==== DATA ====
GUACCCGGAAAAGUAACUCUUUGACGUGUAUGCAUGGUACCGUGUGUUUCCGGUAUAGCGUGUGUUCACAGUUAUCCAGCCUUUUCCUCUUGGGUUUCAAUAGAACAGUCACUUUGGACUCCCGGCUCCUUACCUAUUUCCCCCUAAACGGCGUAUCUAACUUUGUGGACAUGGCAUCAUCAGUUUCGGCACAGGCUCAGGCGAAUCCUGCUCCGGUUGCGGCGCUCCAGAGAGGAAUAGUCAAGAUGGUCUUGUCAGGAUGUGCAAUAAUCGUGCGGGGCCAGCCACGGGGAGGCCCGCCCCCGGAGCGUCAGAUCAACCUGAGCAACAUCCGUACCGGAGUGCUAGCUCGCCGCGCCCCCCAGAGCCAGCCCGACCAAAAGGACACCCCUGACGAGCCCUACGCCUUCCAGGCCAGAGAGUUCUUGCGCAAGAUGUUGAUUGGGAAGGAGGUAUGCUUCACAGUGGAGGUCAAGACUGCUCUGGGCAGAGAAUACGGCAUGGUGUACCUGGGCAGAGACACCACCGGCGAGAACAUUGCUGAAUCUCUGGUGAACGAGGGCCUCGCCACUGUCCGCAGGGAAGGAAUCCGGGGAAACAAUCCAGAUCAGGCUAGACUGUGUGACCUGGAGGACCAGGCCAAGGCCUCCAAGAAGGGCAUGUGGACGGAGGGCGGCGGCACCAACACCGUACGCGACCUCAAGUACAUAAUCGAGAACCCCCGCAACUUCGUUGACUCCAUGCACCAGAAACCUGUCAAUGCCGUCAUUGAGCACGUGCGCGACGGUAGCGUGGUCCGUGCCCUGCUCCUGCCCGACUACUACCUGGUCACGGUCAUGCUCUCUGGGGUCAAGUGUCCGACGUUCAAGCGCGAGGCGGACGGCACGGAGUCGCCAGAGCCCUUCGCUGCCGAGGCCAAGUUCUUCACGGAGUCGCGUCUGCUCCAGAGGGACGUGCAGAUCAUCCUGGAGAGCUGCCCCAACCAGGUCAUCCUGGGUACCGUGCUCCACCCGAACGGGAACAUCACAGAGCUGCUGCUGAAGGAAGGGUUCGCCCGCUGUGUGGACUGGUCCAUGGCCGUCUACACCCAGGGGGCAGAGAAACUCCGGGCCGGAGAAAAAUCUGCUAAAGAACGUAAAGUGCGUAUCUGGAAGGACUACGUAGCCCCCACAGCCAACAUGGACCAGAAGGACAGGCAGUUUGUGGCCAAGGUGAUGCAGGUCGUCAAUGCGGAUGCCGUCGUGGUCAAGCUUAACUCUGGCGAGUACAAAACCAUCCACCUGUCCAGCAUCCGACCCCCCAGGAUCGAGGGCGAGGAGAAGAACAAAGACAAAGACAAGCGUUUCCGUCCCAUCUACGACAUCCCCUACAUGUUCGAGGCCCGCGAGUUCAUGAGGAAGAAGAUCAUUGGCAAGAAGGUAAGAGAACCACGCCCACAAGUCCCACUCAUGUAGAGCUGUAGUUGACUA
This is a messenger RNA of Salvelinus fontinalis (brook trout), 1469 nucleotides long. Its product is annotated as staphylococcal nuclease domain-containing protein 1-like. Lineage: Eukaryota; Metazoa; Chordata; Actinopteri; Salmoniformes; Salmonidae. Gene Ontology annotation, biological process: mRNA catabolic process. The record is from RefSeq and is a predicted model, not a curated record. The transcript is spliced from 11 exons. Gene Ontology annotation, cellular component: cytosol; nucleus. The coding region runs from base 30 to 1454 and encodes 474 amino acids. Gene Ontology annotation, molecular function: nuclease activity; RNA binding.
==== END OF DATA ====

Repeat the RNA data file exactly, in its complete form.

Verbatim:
GUACCCGGAAAAGUAACUCUUUGACGUGUAUGCAUGGUACCGUGUGUUUCCGGUAUAGCGUGUGUUCACAGUUAUCCAGCCUUUUCCUCUUGGGUUUCAAUAGAACAGUCACUUUGGACUCCCGGCUCCUUACCUAUUUCCCCCUAAACGGCGUAUCUAACUUUGUGGACAUGGCAUCAUCAGUUUCGGCACAGGCUCAGGCGAAUCCUGCUCCGGUUGCGGCGCUCCAGAGAGGAAUAGUCAAGAUGGUCUUGUCAGGAUGUGCAAUAAUCGUGCGGGGCCAGCCACGGGGAGGCCCGCCCCCGGAGCGUCAGAUCAACCUGAGCAACAUCCGUACCGGAGUGCUAGCUCGCCGCGCCCCCCAGAGCCAGCCCGACCAAAAGGACACCCCUGACGAGCCCUACGCCUUCCAGGCCAGAGAGUUCUUGCGCAAGAUGUUGAUUGGGAAGGAGGUAUGCUUCACAGUGGAGGUCAAGACUGCUCUGGGCAGAGAAUACGGCAUGGUGUACCUGGGCAGAGACACCACCGGCGAGAACAUUGCUGAAUCUCUGGUGAACGAGGGCCUCGCCACUGUCCGCAGGGAAGGAAUCCGGGGAAACAAUCCAGAUCAGGCUAGACUGUGUGACCUGGAGGACCAGGCCAAGGCCUCCAAGAAGGGCAUGUGGACGGAGGGCGGCGGCACCAACACCGUACGCGACCUCAAGUACAUAAUCGAGAACCCCCGCAACUUCGUUGACUCCAUGCACCAGAAACCUGUCAAUGCCGUCAUUGAGCACGUGCGCGACGGUAGCGUGGUCCGUGCCCUGCUCCUGCCCGACUACUACCUGGUCACGGUCAUGCUCUCUGGGGUCAAGUGUCCGACGUUCAAGCGCGAGGCGGACGGCACGGAGUCGCCAGAGCCCUUCGCUGCCGAGGCCAAGUUCUUCACGGAGUCGCGUCUGCUCCAGAGGGACGUGCAGAUCAUCCUGGAGAGCUGCCCCAACCAGGUCAUCCUGGGUACCGUGCUCCACCCGAACGGGAACAUCACAGAGCUGCUGCUGAAGGAAGGGUUCGCCCGCUGUGUGGACUGGUCCAUGGCCGUCUACACCCAGGGGGCAGAGAAACUCCGGGCCGGAGAAAAAUCUGCUAAAGAACGUAAAGUGCGUAUCUGGAAGGACUACGUAGCCCCCACAGCCAACAUGGACCAGAAGGACAGGCAGUUUGUGGCCAAGGUGAUGCAGGUCGUCAAUGCGGAUGCCGUCGUGGUCAAGCUUAACUCUGGCGAGUACAAAACCAUCCACCUGUCCAGCAUCCGACCCCCCAGGAUCGAGGGCGAGGAGAAGAACAAAGACAAAGACAAGCGUUUCCGUCCCAUCUACGACAUCCCCUACAUGUUCGAGGCCCGCGAGUUCAUGAGGAAGAAGAUCAUUGGCAAGAAGGUAAGAGAACCACGCCCACAAGUCCCACUCAUGUAGAGCUGUAGUUGACUA
This is a messenger RNA of Salvelinus fontinalis (brook trout), 1469 nucleotides long. Its product is annotated as staphylococcal nuclease domain-containing protein 1-like. Lineage: Eukaryota; Metazoa; Chordata; Actinopteri; Salmoniformes; Salmonidae. Gene Ontology annotation, biological process: mRNA catabolic process. The record is from RefSeq and is a predicted model, not a curated record. The transcript is spliced from 11 exons. Gene Ontology annotation, cellular component: cytosol; nucleus. The coding region runs from base 30 to 1454 and encodes 474 amino acids. Gene Ontology annotation, molecular function: nuclease activity; RNA binding.